Dr. Kabamba Alexandre

Dr. Kabamba Alexandre

My name is Dr. Kabamba Alexandre, commonly known as Alex.

I work for the Council for Scientific and Industrial Research (CSIR) in South Africa, Pretoria. My work at the CSIR involves developing novel diagnostic assays based on the microarray technology platform. The choice of this platform is because it enables us to perform multiple diagnostic tests simultaneously, saving time and money. The solution I took to the 2nd WHO Africa Health Forum in Cape Verde was on the multiplex point-of-care (POC) diagnostic test for detection of HIV and tuberculosis (TB). Why the multiplex POC diagnostic for HIV and TB is because HIV and TB coinfection is a major problem in many African countries including South Africa; also although there is a rapid test for HIV, but for TB there is none for use in screening programmes. Our solution is that of employing the microarray technology using a slide of 2.5 x 7.5 cm on which HIV and mycobacterium tuberculosis (M.tb) antigens are conjugated. Thus, if an infected individual blood is passed on this slide, HIV and M.tb antibodies will bind to their specific antigens. Next fluorescent secondary antibodies, specific to these HIV and M.tb antibodies, will be added to the slide. The fluorescence emitted by the secondary antibodies will then be detected with a portable battery powered fluorescence reader (or microscope) that we are also developing. A fluorescent emission at the spot corresponding to the HIV antigen will indicate HIV infection and fluorescence at spots corresponding to M.tb antigens will indicate the presence of active tuberculosis. With our technology a health care worker just has to take our microarray slide and portable fluorescence reader to communities living in remote areas and perform HIV and TB diagnosis there without requiring a laboratory. Our vision is not to stop here but to multiplex many other diagnostic assays such as HIV, TB, hepatitis B and C, herpes simplex virus 2 and so on. Because in theory on a microarray slide such as the one we are using about 3000 different antigens can be conjugated. Therefore, roughly you can perform 3000 different diagnostic tests on it simultaneously. This really has the potential to save our health practitioners a lot time especially when providing care to people living in remote areas. In addition, our technology will afford these communities an opportunity to be diagnosed quicker and given treatment sooner; ultimately saving everyone money.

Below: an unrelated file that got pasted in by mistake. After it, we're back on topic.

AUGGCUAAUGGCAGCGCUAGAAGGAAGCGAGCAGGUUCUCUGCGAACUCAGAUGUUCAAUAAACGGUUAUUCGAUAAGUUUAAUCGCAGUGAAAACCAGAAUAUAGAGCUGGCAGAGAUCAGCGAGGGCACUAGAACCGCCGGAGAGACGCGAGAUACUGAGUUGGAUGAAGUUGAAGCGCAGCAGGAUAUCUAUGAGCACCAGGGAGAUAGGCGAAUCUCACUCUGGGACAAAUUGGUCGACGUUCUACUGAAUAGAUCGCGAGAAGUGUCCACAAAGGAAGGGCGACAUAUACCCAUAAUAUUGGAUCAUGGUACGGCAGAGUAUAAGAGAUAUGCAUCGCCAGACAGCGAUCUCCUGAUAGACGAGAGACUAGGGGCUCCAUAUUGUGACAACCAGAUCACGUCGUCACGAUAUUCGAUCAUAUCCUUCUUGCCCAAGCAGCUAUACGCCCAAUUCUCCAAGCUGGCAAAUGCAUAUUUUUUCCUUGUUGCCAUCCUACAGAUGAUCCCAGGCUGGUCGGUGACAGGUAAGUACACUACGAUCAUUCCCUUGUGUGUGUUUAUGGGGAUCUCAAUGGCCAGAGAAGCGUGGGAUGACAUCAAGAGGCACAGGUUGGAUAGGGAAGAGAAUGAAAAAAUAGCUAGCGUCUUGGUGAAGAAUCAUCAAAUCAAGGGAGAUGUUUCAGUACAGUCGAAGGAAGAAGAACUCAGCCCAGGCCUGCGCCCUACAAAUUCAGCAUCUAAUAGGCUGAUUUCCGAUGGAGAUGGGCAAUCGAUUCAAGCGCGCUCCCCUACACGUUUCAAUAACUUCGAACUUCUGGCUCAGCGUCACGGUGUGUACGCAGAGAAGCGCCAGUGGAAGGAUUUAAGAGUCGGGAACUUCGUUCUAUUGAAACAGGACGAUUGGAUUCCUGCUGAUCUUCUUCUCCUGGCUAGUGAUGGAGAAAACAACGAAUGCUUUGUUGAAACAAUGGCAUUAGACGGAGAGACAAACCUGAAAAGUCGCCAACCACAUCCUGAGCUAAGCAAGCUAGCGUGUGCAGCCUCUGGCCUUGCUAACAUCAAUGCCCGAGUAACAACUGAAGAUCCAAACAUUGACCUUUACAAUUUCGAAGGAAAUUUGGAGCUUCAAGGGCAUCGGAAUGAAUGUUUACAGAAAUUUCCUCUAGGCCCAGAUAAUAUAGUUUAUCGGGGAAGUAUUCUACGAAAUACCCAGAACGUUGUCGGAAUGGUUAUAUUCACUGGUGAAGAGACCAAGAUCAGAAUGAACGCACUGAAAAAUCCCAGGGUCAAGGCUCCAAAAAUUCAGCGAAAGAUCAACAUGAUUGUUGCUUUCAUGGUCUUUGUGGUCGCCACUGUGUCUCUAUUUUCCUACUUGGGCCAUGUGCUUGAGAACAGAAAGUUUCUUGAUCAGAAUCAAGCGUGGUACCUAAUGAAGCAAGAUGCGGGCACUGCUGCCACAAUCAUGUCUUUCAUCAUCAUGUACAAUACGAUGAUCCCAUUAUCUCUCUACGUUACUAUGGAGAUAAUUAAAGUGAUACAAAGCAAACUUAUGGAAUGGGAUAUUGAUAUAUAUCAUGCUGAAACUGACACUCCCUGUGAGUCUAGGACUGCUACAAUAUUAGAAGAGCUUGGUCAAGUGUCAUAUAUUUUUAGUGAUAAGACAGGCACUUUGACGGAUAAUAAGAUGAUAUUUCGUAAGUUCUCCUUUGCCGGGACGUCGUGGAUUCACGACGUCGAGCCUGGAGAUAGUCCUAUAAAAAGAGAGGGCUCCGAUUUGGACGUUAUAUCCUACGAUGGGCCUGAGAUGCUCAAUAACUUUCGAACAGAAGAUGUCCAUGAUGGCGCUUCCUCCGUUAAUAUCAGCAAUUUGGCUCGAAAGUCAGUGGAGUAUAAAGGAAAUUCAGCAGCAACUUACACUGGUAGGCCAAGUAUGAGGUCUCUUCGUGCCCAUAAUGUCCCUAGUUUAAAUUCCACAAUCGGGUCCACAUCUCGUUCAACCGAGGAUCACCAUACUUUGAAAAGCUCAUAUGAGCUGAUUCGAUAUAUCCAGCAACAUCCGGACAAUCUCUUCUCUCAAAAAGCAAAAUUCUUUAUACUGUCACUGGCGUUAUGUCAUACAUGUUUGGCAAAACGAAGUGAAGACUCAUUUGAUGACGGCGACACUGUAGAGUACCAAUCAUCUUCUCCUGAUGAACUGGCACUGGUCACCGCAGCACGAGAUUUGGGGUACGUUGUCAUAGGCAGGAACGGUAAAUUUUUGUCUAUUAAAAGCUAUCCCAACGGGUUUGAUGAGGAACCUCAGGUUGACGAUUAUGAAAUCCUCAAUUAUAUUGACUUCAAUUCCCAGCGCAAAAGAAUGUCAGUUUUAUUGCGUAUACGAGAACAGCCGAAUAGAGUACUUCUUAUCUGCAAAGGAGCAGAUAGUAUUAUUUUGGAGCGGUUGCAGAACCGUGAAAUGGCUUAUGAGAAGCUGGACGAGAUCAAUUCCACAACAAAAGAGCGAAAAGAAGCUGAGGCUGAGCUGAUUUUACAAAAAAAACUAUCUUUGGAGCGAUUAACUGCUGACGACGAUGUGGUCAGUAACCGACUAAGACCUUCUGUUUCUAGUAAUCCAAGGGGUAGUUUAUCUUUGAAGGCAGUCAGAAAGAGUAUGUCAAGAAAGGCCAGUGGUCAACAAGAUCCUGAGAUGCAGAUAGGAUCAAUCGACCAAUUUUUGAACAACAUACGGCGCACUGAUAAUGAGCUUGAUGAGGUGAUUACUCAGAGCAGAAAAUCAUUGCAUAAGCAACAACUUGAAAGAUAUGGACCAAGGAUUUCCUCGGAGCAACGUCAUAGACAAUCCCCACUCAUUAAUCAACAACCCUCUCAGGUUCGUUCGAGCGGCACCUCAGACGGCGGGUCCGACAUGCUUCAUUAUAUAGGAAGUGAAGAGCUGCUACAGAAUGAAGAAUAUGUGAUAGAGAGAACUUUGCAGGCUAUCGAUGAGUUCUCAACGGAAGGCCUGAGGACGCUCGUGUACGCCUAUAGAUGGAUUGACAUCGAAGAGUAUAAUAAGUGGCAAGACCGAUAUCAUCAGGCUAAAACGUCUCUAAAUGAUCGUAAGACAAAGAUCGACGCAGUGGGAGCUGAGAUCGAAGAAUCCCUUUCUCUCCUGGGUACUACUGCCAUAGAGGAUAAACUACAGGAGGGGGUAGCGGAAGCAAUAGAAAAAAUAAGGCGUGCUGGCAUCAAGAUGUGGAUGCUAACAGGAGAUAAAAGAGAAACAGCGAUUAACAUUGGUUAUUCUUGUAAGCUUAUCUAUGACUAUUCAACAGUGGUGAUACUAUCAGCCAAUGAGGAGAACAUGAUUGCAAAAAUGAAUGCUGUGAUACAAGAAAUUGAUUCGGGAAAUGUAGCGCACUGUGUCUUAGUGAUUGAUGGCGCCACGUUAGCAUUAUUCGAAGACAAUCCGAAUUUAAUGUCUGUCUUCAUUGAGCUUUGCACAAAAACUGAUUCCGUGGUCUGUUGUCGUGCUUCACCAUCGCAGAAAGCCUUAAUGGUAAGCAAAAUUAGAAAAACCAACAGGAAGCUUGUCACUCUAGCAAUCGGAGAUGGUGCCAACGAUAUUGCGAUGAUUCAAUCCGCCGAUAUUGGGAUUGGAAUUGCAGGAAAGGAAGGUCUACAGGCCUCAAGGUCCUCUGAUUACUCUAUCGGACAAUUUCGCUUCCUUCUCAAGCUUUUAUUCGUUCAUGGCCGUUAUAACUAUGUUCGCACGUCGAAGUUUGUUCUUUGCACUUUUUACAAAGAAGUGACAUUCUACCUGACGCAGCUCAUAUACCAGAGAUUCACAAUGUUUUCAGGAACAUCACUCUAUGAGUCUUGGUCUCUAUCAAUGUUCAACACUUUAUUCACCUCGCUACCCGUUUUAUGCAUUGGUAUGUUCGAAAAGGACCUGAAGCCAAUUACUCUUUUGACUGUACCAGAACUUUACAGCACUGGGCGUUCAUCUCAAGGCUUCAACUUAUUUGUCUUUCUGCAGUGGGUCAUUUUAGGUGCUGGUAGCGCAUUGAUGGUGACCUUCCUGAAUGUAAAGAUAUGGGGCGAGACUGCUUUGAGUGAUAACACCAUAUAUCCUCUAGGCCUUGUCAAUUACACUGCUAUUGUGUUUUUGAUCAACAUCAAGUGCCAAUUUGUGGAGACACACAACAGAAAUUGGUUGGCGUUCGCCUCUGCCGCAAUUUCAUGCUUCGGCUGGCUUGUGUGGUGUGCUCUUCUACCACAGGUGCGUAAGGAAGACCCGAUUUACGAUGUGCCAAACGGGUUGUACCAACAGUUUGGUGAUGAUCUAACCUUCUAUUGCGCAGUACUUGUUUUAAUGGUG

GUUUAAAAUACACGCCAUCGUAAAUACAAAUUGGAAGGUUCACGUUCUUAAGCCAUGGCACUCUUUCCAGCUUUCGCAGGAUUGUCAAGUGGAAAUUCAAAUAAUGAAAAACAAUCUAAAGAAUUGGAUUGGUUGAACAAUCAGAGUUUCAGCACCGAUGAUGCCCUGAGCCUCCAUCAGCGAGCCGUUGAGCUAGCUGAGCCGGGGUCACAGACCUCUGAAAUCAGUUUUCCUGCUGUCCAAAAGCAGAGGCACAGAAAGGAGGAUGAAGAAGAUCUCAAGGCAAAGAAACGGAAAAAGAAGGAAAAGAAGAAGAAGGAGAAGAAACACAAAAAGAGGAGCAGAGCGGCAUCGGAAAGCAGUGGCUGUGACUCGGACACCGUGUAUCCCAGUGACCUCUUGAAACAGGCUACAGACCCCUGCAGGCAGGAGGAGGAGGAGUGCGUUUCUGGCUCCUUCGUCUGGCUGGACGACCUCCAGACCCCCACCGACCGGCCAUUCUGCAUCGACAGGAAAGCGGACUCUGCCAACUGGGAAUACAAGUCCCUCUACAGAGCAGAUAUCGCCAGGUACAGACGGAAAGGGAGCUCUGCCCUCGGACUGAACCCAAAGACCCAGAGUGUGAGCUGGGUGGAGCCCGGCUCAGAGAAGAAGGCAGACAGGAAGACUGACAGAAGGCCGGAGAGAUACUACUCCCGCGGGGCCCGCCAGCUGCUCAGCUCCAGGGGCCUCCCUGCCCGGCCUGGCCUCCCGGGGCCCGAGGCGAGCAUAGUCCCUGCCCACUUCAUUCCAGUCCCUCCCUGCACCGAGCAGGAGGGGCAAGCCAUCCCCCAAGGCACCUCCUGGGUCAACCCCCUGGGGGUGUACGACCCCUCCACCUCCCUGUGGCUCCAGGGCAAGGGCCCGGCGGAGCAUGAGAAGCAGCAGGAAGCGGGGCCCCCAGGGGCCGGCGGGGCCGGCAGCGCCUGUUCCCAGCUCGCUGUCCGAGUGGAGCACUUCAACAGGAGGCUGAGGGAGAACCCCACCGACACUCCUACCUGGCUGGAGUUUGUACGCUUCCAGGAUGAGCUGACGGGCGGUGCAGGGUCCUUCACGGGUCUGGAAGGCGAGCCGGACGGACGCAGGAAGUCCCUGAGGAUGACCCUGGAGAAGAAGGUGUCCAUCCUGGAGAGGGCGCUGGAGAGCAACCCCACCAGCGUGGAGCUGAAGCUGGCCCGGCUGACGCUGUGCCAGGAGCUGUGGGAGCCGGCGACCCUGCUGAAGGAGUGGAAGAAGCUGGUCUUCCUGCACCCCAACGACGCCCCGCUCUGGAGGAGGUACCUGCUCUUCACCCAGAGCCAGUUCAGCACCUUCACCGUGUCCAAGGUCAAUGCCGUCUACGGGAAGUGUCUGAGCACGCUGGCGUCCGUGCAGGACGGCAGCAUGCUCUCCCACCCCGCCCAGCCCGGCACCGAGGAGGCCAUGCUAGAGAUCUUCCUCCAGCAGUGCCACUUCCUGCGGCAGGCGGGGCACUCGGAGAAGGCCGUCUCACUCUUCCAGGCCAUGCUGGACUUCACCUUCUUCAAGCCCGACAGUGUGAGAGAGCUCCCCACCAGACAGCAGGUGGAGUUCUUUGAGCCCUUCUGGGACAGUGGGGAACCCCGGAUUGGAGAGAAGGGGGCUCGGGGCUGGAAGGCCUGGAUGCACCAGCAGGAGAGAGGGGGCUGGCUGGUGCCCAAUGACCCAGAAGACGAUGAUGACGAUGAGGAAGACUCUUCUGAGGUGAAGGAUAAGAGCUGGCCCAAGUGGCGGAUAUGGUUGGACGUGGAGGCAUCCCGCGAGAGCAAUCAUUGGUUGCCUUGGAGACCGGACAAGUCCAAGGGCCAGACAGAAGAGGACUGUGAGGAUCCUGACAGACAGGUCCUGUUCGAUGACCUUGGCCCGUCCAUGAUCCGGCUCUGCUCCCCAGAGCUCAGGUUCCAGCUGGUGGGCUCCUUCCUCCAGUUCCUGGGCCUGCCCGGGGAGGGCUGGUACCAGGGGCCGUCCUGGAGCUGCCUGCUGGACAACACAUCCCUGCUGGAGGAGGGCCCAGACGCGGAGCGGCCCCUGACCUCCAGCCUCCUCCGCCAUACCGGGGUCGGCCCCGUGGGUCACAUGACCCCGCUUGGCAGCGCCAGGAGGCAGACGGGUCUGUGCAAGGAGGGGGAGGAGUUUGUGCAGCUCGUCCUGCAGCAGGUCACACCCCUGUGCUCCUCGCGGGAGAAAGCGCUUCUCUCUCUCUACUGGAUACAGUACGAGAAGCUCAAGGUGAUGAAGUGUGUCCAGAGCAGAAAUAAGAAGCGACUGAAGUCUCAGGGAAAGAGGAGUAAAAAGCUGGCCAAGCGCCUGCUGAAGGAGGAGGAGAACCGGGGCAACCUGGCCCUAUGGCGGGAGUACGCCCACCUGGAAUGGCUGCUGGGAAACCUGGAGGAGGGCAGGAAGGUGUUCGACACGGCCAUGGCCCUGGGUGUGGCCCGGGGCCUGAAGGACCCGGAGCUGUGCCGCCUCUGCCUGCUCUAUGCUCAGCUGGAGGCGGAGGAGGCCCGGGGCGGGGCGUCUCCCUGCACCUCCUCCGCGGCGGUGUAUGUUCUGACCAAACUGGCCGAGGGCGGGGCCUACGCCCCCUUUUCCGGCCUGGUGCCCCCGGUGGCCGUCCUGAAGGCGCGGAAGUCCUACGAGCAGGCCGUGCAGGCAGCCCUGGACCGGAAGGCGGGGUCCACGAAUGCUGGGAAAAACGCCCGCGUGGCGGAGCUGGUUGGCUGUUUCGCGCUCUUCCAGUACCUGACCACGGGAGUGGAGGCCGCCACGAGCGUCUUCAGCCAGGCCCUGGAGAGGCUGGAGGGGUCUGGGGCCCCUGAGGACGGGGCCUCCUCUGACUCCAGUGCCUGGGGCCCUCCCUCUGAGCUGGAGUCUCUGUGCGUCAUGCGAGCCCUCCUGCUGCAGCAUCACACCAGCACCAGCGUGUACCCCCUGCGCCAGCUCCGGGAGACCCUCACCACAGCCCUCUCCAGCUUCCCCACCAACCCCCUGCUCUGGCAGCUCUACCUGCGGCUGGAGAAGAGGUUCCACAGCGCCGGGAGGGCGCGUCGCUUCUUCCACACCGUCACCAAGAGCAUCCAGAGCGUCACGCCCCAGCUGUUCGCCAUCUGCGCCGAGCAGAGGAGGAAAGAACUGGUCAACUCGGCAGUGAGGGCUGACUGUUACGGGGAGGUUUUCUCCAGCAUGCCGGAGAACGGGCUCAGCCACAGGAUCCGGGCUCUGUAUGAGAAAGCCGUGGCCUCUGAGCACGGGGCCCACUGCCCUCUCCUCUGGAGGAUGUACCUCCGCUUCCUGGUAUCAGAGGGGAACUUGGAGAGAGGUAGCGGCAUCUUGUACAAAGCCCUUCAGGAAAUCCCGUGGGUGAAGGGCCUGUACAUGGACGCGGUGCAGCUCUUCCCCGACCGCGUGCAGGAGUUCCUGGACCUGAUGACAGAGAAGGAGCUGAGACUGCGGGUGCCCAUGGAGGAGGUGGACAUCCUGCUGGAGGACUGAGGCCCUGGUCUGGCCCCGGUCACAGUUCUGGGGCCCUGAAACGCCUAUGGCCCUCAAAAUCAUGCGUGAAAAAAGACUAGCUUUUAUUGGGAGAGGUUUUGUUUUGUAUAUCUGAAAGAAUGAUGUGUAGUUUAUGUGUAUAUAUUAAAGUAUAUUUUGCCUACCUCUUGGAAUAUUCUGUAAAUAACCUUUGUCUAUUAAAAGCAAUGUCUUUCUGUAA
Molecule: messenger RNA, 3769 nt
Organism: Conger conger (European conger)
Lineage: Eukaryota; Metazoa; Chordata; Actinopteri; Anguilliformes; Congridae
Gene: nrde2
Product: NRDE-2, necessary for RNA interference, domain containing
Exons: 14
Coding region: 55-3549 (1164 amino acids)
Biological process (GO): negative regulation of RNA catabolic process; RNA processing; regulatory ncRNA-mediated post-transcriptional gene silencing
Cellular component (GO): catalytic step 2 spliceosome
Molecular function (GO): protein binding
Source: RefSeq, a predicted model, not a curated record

My experience at the 2nd WHO Africa Health Forum was thoroughly positive; I met a lot African innovators like myself with the same goal i.e. bringing African solutions to health problems that affect African people. I commend the WHO Africa for coming up with this initiative. However, the major challenge with science in Africa is that of funding. In Africa, especially, innovative ideas are often not funded, not funded enough, or not funded soon enough. Given that things are moving so fast in science, what is likely to happen is that the same ideas or technologies will emerge somewhere else out of Africa and no longer be known as African innovations. Then these technologies will be brought back to Africa and sold much more expensive than it would have been if they were produced here. African innovators can always be encouraged to patent their work. However, patenting is not cheap and patenting in different countries is even more expensive.

My parting message is that there is no meaningful development of any society without innovation, and innovation comes with a financial cost. Africa cannot ask its children to innovate without being prepared to give them the necessary financial support. 

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